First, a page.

In general terms, in a reverse logistics system, traders and distributors are responsible for receiving products and packaging returned by consumers and delivering them to manufacturers or importers. Manufacturers and importers, on their turn, must provide environmentally appropriate final destination for such products and packaging. The volume of used products and packaging to be collected shall meet the targets set by means of regulations, sectoral agreement or commitment agreement, proportionally to the volume of products commercialized by the manufacturer, importer, trader and distributor.

15.7. Biodiversity

Brazil ratified the Convention on Biological Diversity (“CBD”) then undertaking the obligation to establish internal rules regarding the access to the genetic resources under its jurisdiction and to protect the traditional knowledge of local communities and indigenous population, valuable to the conservation and sustainable use of the biodiversity.

The first legal milestone on the subject in the Brazilian legal system was the Provisional Measure No. 2,186-16 enacted on August 23, 2001, which remained effective until 2015, when Federal Law No. 13,123 was enacted. The Federal Decree No. 8,772/2016 was later issued in order to regulate referred Law. For the purposes of this text, the Federal Law No. 13,123/2015 and Federal Decree No. 8,772/2016 will be collectively referred to as the “Biodiversity Law”.
The Biodiversity Law regulates, among others, the access to the genetic resource of the country and to the associated traditional knowledge. For the purposes of the Brazilian Biodiversity Law, whenever there are researches activities and/or the technological development on either a Brazilian genetic resource or an associated traditional knowledge, there is access.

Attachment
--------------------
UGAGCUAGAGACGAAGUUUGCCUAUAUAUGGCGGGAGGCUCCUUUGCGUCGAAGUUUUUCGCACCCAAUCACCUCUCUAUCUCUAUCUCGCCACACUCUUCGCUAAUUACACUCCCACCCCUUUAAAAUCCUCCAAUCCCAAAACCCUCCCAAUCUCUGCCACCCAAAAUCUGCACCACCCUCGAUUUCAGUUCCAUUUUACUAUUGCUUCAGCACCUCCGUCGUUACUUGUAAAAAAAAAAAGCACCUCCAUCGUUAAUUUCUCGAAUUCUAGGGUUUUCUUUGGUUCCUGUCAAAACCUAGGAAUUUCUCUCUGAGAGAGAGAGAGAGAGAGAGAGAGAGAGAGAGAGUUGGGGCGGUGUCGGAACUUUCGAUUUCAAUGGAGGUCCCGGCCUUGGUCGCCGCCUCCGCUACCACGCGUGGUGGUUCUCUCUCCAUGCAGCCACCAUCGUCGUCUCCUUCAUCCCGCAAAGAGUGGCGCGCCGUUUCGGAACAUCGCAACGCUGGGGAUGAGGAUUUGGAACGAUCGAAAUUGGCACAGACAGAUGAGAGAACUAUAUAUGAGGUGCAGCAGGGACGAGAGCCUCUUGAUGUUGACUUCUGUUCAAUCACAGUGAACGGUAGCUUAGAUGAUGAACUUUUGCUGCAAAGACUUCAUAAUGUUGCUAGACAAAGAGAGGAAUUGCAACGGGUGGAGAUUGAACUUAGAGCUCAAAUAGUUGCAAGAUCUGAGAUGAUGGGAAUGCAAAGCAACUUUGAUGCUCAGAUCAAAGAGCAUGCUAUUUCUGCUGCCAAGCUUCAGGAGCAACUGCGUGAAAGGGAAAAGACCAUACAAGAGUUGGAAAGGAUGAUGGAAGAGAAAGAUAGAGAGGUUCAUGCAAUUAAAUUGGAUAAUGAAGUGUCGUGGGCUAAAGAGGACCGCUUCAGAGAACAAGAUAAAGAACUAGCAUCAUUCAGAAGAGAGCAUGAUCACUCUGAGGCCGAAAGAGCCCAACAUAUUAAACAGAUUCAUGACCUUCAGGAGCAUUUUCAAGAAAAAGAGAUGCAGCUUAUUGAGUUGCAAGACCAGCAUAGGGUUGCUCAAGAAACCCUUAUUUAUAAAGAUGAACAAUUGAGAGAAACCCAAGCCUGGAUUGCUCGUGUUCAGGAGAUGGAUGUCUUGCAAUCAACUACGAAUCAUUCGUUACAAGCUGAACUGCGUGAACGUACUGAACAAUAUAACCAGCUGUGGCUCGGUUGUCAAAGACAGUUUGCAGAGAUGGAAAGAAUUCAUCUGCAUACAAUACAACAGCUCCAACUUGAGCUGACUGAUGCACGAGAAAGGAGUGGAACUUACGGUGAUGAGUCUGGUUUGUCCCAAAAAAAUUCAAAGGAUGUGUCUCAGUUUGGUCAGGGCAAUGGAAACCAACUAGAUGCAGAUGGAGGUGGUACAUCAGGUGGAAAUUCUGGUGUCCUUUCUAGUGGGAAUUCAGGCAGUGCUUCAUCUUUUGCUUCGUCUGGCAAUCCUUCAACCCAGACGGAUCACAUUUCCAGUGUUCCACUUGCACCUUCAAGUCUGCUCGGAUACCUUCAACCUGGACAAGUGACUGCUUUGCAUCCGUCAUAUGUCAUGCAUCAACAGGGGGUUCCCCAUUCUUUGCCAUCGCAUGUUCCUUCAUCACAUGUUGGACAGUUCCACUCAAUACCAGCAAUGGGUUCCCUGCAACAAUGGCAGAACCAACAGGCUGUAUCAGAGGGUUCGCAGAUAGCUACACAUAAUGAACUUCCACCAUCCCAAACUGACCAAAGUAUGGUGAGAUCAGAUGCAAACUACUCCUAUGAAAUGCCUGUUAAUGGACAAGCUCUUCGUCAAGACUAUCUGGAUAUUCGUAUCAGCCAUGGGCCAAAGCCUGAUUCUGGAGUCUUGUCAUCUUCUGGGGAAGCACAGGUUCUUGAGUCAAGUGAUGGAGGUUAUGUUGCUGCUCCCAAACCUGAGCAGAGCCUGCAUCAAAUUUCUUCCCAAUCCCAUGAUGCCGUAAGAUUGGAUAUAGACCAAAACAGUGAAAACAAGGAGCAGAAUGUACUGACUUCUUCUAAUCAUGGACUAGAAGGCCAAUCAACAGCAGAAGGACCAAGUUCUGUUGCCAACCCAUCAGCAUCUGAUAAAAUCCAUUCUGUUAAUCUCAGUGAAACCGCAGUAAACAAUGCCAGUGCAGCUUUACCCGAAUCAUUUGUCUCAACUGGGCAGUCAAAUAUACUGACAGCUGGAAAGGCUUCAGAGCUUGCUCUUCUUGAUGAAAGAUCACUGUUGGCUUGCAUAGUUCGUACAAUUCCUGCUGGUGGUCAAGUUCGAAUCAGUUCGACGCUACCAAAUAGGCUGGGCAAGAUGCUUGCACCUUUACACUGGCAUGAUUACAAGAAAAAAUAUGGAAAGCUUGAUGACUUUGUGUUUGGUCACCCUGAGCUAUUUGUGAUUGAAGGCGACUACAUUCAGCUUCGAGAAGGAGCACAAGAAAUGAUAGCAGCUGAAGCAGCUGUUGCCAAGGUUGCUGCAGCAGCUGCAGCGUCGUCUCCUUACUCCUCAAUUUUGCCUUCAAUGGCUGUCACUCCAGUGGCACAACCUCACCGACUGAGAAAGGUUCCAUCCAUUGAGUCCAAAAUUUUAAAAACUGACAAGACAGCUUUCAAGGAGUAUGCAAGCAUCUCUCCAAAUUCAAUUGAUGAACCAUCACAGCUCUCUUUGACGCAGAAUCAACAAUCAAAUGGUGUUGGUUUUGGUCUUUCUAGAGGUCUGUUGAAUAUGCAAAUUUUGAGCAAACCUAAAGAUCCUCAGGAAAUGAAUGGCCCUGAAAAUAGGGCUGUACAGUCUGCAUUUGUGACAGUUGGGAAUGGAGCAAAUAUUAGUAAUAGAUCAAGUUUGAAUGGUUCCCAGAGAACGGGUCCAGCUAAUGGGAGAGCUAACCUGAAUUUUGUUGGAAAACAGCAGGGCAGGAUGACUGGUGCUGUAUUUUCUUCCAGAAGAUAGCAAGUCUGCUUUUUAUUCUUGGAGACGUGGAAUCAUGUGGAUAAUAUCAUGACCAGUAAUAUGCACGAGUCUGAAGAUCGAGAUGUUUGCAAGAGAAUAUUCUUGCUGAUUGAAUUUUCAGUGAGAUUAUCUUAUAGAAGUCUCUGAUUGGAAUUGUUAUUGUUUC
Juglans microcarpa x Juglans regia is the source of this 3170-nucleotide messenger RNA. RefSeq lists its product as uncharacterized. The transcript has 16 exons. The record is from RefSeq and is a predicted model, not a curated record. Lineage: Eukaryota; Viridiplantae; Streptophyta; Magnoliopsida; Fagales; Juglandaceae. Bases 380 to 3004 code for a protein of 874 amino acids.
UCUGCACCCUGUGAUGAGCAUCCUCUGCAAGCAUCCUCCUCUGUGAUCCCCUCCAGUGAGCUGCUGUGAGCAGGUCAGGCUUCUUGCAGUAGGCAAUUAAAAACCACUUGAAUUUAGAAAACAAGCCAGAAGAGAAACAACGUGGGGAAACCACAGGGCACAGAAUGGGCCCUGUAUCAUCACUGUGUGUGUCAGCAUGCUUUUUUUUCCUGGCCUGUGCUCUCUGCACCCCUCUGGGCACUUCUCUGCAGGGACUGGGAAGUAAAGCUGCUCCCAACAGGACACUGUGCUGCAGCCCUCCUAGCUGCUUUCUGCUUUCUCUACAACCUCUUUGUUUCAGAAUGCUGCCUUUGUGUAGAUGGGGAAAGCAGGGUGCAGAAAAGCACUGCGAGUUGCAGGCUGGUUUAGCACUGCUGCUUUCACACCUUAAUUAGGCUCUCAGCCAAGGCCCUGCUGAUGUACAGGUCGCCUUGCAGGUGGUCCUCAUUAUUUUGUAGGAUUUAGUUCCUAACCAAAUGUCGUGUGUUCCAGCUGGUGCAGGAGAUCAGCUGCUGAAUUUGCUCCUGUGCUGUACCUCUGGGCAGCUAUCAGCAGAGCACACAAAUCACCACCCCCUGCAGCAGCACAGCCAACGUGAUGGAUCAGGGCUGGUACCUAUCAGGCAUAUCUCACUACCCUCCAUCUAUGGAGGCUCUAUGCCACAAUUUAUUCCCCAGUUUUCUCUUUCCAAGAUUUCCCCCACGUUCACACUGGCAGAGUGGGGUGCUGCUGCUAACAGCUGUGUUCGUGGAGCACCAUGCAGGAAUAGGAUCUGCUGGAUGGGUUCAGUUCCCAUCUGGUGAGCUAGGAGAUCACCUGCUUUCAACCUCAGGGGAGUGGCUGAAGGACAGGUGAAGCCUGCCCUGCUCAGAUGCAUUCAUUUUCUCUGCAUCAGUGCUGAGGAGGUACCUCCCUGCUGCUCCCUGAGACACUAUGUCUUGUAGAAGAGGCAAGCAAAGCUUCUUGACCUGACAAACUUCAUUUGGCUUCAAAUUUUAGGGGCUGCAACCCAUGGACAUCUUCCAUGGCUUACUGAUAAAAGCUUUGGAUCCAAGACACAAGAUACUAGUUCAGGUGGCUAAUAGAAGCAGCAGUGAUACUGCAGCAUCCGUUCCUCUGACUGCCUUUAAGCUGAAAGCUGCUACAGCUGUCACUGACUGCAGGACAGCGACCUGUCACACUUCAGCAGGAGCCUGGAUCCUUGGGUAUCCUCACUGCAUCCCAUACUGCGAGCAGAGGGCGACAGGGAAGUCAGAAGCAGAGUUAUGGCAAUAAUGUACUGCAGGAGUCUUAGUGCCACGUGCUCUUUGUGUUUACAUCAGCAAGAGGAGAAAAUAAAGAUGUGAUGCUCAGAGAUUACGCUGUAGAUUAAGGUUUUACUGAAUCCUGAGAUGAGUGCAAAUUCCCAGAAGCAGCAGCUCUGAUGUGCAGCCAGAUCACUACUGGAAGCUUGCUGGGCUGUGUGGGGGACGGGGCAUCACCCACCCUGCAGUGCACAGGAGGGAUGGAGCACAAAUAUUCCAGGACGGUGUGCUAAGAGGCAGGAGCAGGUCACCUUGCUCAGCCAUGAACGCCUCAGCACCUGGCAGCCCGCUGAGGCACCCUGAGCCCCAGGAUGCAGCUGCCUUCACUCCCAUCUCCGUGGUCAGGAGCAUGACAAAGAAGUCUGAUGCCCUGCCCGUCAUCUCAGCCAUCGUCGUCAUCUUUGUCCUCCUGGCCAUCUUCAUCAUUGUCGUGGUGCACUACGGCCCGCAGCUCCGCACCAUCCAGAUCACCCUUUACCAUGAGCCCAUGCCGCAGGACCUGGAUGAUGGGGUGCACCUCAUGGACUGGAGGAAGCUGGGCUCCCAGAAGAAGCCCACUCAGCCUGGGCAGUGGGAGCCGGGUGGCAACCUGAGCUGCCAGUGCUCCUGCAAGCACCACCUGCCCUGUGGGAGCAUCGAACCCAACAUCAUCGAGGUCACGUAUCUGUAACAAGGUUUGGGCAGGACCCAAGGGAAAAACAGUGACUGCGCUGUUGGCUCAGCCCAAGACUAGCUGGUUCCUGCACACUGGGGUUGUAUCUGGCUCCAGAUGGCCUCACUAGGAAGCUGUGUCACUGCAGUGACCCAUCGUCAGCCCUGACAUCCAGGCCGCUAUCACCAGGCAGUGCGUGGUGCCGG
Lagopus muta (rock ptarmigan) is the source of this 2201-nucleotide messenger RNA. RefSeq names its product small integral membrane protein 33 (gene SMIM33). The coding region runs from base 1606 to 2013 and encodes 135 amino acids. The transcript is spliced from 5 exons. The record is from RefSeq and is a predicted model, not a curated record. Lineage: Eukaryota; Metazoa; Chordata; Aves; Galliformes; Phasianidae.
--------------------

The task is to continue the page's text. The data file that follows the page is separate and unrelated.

According to the Biodiversity Law genetic resource is the genetic information from flora, fauna, microbial or other nature species, including those originating from such living beings’ metabolism while the associated traditional knowledge is information or customs from indigenous population, traditional community or traditional farmers regarding the properties, direct or indirect uses associated to the genetic resource.

If a certain company or university intends to perform access activities on components of the Brazilian biodiversity or the associated traditional knowledge previous authorization from the Council for Management of Genetic Heritage (Conselho de Gestão do Patrimônio Genético) (“CGEN”) is no longer necessary, as opposed to what was required during the validity of the Provisional Measure No. 2,186-16/2001.

Currently, just an online registry at the National System for the Management of Genetic Heritage and Associated Traditional Knowledge (Sistema Nacional de Gestão do Patrimônio Genético e do Conhecimento Tradicional Associado) (“SisGen”) will be required. Such registration must, nevertheless, be done before remittance of samples abroad, commercializing by-products or final products, applying for intellectual property rights or publishing research results.

Although no prior authorization from CGEN is required for entities to perform access activities, prior authorization from the provider of any traditional knowledge will be required if such provider is considered as identifiable pursuant to the Biodiversity Law.

The benefit sharing is due when there is economic exploitation of products or reproductive material (in case of agricultural activities) resulting from access to either or both the genetic resource and/or the associated traditional knowledge. However, in case of products, the benefit sharing will be due to the extent the component from the Brazilian biodiversity is main element adding value to such a product2.

In case of access to the genetic resource, 1% of the net revenue arising out of either domestic or foreign commercialization of products or reproductive materials has to be paid as benefit sharing. Pursuant to the Biodiversity Law, such amount should be paid to the National Fund for Benefit Sharing (Fundo Nacional para a Repartição de Benefícios) (“FNRB”) as opposed to the provider of the genetic resource, as formerly regulated by Provisional Measure No. 2,186-16.

To encourage non-monetary benefit sharing, companies may choose to implement certain pre-defined social and environmental projects, in which case the amount due as benefit sharing will may be reduced to 0.75%.